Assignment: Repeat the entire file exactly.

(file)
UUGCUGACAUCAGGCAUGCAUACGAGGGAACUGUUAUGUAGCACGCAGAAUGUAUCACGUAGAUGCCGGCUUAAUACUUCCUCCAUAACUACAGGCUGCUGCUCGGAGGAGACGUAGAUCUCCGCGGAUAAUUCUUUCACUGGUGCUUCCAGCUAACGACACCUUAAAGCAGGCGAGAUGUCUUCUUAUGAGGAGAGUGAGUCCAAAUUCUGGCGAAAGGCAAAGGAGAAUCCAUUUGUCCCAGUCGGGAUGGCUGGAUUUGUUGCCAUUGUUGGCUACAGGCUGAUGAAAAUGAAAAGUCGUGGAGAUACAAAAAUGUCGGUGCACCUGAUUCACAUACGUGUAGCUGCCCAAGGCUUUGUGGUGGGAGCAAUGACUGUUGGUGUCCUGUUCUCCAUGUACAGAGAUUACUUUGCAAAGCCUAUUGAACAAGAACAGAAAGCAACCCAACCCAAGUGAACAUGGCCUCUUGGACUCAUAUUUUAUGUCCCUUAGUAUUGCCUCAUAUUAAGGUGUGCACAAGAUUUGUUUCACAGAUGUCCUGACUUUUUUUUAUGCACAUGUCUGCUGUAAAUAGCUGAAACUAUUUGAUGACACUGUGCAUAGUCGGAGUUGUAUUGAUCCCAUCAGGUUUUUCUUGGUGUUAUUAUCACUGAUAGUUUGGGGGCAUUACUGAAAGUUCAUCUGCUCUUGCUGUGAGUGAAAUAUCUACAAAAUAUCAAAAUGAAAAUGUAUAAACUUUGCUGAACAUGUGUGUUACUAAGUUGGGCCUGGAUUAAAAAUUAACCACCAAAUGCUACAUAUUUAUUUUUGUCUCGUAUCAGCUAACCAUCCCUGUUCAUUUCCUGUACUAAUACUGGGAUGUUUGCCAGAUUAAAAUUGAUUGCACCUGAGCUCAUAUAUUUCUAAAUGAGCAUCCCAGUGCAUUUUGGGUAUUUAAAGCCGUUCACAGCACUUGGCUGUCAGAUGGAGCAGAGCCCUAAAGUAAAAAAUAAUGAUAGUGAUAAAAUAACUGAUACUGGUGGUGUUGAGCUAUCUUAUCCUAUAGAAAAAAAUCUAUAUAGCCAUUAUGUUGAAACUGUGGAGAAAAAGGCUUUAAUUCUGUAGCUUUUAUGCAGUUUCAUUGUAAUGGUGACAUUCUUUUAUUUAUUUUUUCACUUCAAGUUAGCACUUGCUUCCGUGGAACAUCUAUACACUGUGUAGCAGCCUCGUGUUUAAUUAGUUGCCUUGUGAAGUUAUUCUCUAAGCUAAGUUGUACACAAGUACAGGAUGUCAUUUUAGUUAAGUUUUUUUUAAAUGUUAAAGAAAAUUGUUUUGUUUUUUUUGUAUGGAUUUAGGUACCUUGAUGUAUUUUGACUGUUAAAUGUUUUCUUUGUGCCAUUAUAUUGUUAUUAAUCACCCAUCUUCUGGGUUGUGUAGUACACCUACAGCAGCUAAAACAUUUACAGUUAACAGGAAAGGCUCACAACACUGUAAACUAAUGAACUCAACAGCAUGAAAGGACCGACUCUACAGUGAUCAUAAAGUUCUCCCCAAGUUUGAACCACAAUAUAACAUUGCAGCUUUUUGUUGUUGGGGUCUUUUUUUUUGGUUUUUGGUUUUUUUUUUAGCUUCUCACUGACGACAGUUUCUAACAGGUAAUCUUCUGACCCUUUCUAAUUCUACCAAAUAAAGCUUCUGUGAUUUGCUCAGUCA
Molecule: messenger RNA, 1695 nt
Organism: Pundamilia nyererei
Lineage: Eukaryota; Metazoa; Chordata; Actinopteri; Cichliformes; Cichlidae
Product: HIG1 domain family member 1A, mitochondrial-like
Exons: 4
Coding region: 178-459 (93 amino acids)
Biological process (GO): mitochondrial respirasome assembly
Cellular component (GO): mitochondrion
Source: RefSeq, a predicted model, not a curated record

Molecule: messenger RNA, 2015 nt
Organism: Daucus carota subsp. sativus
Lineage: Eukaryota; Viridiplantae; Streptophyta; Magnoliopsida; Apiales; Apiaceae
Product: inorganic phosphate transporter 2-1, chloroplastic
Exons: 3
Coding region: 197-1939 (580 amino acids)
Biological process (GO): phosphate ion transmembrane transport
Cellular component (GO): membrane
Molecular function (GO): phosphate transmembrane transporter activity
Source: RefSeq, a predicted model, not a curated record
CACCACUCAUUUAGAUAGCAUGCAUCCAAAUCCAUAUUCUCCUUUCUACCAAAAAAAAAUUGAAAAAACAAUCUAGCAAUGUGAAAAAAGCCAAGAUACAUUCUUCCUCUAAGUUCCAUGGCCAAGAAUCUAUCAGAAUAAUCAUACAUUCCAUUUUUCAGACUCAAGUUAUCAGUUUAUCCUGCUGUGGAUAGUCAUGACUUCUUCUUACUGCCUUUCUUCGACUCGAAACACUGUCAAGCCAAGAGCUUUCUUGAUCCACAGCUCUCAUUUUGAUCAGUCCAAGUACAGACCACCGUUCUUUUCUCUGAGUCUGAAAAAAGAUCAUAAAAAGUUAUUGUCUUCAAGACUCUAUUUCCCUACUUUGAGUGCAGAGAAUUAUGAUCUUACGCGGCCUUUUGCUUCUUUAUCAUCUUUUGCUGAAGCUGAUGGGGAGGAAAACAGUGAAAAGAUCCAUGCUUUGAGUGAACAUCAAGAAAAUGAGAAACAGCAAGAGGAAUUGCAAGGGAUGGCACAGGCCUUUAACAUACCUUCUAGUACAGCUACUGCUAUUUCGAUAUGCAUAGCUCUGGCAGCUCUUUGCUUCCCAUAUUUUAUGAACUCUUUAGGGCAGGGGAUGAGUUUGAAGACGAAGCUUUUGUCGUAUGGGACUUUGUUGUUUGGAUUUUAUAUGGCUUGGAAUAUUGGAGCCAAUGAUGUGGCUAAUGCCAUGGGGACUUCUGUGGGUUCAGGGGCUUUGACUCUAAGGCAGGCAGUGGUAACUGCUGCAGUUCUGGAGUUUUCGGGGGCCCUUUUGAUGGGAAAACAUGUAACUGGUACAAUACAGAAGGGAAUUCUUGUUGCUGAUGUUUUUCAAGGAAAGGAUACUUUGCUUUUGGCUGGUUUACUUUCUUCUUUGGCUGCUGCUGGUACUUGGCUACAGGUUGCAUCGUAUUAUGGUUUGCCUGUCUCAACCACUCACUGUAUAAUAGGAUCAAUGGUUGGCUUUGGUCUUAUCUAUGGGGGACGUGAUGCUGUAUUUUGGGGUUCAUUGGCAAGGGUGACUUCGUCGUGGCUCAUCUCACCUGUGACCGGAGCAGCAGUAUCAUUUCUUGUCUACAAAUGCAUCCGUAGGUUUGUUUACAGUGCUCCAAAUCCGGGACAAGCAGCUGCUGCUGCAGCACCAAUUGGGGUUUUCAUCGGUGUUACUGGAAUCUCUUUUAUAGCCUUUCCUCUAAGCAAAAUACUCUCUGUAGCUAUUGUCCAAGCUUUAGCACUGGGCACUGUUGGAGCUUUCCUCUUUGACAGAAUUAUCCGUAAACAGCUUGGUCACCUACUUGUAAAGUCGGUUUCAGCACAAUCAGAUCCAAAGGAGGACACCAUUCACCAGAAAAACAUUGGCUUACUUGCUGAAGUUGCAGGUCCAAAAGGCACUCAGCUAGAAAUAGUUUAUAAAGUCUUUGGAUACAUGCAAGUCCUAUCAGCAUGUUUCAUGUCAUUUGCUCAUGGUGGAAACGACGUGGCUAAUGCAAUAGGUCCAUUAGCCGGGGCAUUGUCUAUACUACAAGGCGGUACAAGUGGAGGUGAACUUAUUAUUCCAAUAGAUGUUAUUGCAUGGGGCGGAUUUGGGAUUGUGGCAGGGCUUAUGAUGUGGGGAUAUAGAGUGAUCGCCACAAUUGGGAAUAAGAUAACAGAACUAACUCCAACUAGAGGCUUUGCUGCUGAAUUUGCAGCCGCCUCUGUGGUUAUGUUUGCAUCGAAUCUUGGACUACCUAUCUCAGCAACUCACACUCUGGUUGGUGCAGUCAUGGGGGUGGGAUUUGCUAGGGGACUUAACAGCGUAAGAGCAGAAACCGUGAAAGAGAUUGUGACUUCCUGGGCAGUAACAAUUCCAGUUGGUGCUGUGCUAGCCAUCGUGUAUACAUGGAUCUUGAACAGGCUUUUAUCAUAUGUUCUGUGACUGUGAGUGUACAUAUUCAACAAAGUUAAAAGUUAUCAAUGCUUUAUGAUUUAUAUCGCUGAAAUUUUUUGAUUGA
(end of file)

UUGCUGACAUCAGGCAUGCAUACGAGGGAACUGUUAUGUAGCACGCAGAAUGUAUCACGUAGAUGCCGGCUUAAUACUUCCUCCAUAACUACAGGCUGCUGCUCGGAGGAGACGUAGAUCUCCGCGGAUAAUUCUUUCACUGGUGCUUCCAGCUAACGACACCUUAAAGCAGGCGAGAUGUCUUCUUAUGAGGAGAGUGAGUCCAAAUUCUGGCGAAAGGCAAAGGAGAAUCCAUUUGUCCCAGUCGGGAUGGCUGGAUUUGUUGCCAUUGUUGGCUACAGGCUGAUGAAAAUGAAAAGUCGUGGAGAUACAAAAAUGUCGGUGCACCUGAUUCACAUACGUGUAGCUGCCCAAGGCUUUGUGGUGGGAGCAAUGACUGUUGGUGUCCUGUUCUCCAUGUACAGAGAUUACUUUGCAAAGCCUAUUGAACAAGAACAGAAAGCAACCCAACCCAAGUGAACAUGGCCUCUUGGACUCAUAUUUUAUGUCCCUUAGUAUUGCCUCAUAUUAAGGUGUGCACAAGAUUUGUUUCACAGAUGUCCUGACUUUUUUUUAUGCACAUGUCUGCUGUAAAUAGCUGAAACUAUUUGAUGACACUGUGCAUAGUCGGAGUUGUAUUGAUCCCAUCAGGUUUUUCUUGGUGUUAUUAUCACUGAUAGUUUGGGGGCAUUACUGAAAGUUCAUCUGCUCUUGCUGUGAGUGAAAUAUCUACAAAAUAUCAAAAUGAAAAUGUAUAAACUUUGCUGAACAUGUGUGUUACUAAGUUGGGCCUGGAUUAAAAAUUAACCACCAAAUGCUACAUAUUUAUUUUUGUCUCGUAUCAGCUAACCAUCCCUGUUCAUUUCCUGUACUAAUACUGGGAUGUUUGCCAGAUUAAAAUUGAUUGCACCUGAGCUCAUAUAUUUCUAAAUGAGCAUCCCAGUGCAUUUUGGGUAUUUAAAGCCGUUCACAGCACUUGGCUGUCAGAUGGAGCAGAGCCCUAAAGUAAAAAAUAAUGAUAGUGAUAAAAUAACUGAUACUGGUGGUGUUGAGCUAUCUUAUCCUAUAGAAAAAAAUCUAUAUAGCCAUUAUGUUGAAACUGUGGAGAAAAAGGCUUUAAUUCUGUAGCUUUUAUGCAGUUUCAUUGUAAUGGUGACAUUCUUUUAUUUAUUUUUUCACUUCAAGUUAGCACUUGCUUCCGUGGAACAUCUAUACACUGUGUAGCAGCCUCGUGUUUAAUUAGUUGCCUUGUGAAGUUAUUCUCUAAGCUAAGUUGUACACAAGUACAGGAUGUCAUUUUAGUUAAGUUUUUUUUAAAUGUUAAAGAAAAUUGUUUUGUUUUUUUUGUAUGGAUUUAGGUACCUUGAUGUAUUUUGACUGUUAAAUGUUUUCUUUGUGCCAUUAUAUUGUUAUUAAUCACCCAUCUUCUGGGUUGUGUAGUACACCUACAGCAGCUAAAACAUUUACAGUUAACAGGAAAGGCUCACAACACUGUAAACUAAUGAACUCAACAGCAUGAAAGGACCGACUCUACAGUGAUCAUAAAGUUCUCCCCAAGUUUGAACCACAAUAUAACAUUGCAGCUUUUUGUUGUUGGGGUCUUUUUUUUUGGUUUUUGGUUUUUUUUUUAGCUUCUCACUGACGACAGUUUCUAACAGGUAAUCUUCUGACCCUUUCUAAUUCUACCAAAUAAAGCUUCUGUGAUUUGCUCAGUCA
Molecule: messenger RNA, 1695 nt
Organism: Pundamilia nyererei
Lineage: Eukaryota; Metazoa; Chordata; Actinopteri; Cichliformes; Cichlidae
Product: HIG1 domain family member 1A, mitochondrial-like
Exons: 4
Coding region: 178-459 (93 amino acids)
Biological process (GO): mitochondrial respirasome assembly
Cellular component (GO): mitochondrion
Source: RefSeq, a predicted model, not a curated record

Molecule: messenger RNA, 2015 nt
Organism: Daucus carota subsp. sativus
Lineage: Eukaryota; Viridiplantae; Streptophyta; Magnoliopsida; Apiales; Apiaceae
Product: inorganic phosphate transporter 2-1, chloroplastic
Exons: 3
Coding region: 197-1939 (580 amino acids)
Biological process (GO): phosphate ion transmembrane transport
Cellular component (GO): membrane
Molecular function (GO): phosphate transmembrane transporter activity
Source: RefSeq, a predicted model, not a curated record
CACCACUCAUUUAGAUAGCAUGCAUCCAAAUCCAUAUUCUCCUUUCUACCAAAAAAAAAUUGAAAAAACAAUCUAGCAAUGUGAAAAAAGCCAAGAUACAUUCUUCCUCUAAGUUCCAUGGCCAAGAAUCUAUCAGAAUAAUCAUACAUUCCAUUUUUCAGACUCAAGUUAUCAGUUUAUCCUGCUGUGGAUAGUCAUGACUUCUUCUUACUGCCUUUCUUCGACUCGAAACACUGUCAAGCCAAGAGCUUUCUUGAUCCACAGCUCUCAUUUUGAUCAGUCCAAGUACAGACCACCGUUCUUUUCUCUGAGUCUGAAAAAAGAUCAUAAAAAGUUAUUGUCUUCAAGACUCUAUUUCCCUACUUUGAGUGCAGAGAAUUAUGAUCUUACGCGGCCUUUUGCUUCUUUAUCAUCUUUUGCUGAAGCUGAUGGGGAGGAAAACAGUGAAAAGAUCCAUGCUUUGAGUGAACAUCAAGAAAAUGAGAAACAGCAAGAGGAAUUGCAAGGGAUGGCACAGGCCUUUAACAUACCUUCUAGUACAGCUACUGCUAUUUCGAUAUGCAUAGCUCUGGCAGCUCUUUGCUUCCCAUAUUUUAUGAACUCUUUAGGGCAGGGGAUGAGUUUGAAGACGAAGCUUUUGUCGUAUGGGACUUUGUUGUUUGGAUUUUAUAUGGCUUGGAAUAUUGGAGCCAAUGAUGUGGCUAAUGCCAUGGGGACUUCUGUGGGUUCAGGGGCUUUGACUCUAAGGCAGGCAGUGGUAACUGCUGCAGUUCUGGAGUUUUCGGGGGCCCUUUUGAUGGGAAAACAUGUAACUGGUACAAUACAGAAGGGAAUUCUUGUUGCUGAUGUUUUUCAAGGAAAGGAUACUUUGCUUUUGGCUGGUUUACUUUCUUCUUUGGCUGCUGCUGGUACUUGGCUACAGGUUGCAUCGUAUUAUGGUUUGCCUGUCUCAACCACUCACUGUAUAAUAGGAUCAAUGGUUGGCUUUGGUCUUAUCUAUGGGGGACGUGAUGCUGUAUUUUGGGGUUCAUUGGCAAGGGUGACUUCGUCGUGGCUCAUCUCACCUGUGACCGGAGCAGCAGUAUCAUUUCUUGUCUACAAAUGCAUCCGUAGGUUUGUUUACAGUGCUCCAAAUCCGGGACAAGCAGCUGCUGCUGCAGCACCAAUUGGGGUUUUCAUCGGUGUUACUGGAAUCUCUUUUAUAGCCUUUCCUCUAAGCAAAAUACUCUCUGUAGCUAUUGUCCAAGCUUUAGCACUGGGCACUGUUGGAGCUUUCCUCUUUGACAGAAUUAUCCGUAAACAGCUUGGUCACCUACUUGUAAAGUCGGUUUCAGCACAAUCAGAUCCAAAGGAGGACACCAUUCACCAGAAAAACAUUGGCUUACUUGCUGAAGUUGCAGGUCCAAAAGGCACUCAGCUAGAAAUAGUUUAUAAAGUCUUUGGAUACAUGCAAGUCCUAUCAGCAUGUUUCAUGUCAUUUGCUCAUGGUGGAAACGACGUGGCUAAUGCAAUAGGUCCAUUAGCCGGGGCAUUGUCUAUACUACAAGGCGGUACAAGUGGAGGUGAACUUAUUAUUCCAAUAGAUGUUAUUGCAUGGGGCGGAUUUGGGAUUGUGGCAGGGCUUAUGAUGUGGGGAUAUAGAGUGAUCGCCACAAUUGGGAAUAAGAUAACAGAACUAACUCCAACUAGAGGCUUUGCUGCUGAAUUUGCAGCCGCCUCUGUGGUUAUGUUUGCAUCGAAUCUUGGACUACCUAUCUCAGCAACUCACACUCUGGUUGGUGCAGUCAUGGGGGUGGGAUUUGCUAGGGGACUUAACAGCGUAAGAGCAGAAACCGUGAAAGAGAUUGUGACUUCCUGGGCAGUAACAAUUCCAGUUGGUGCUGUGCUAGCCAUCGUGUAUACAUGGAUCUUGAACAGGCUUUUAUCAUAUGUUCUGUGACUGUGAGUGUACAUAUUCAACAAAGUUAAAAGUUAUCAAUGCUUUAUGAUUUAUAUCGCUGAAAUUUUUUGAUUGA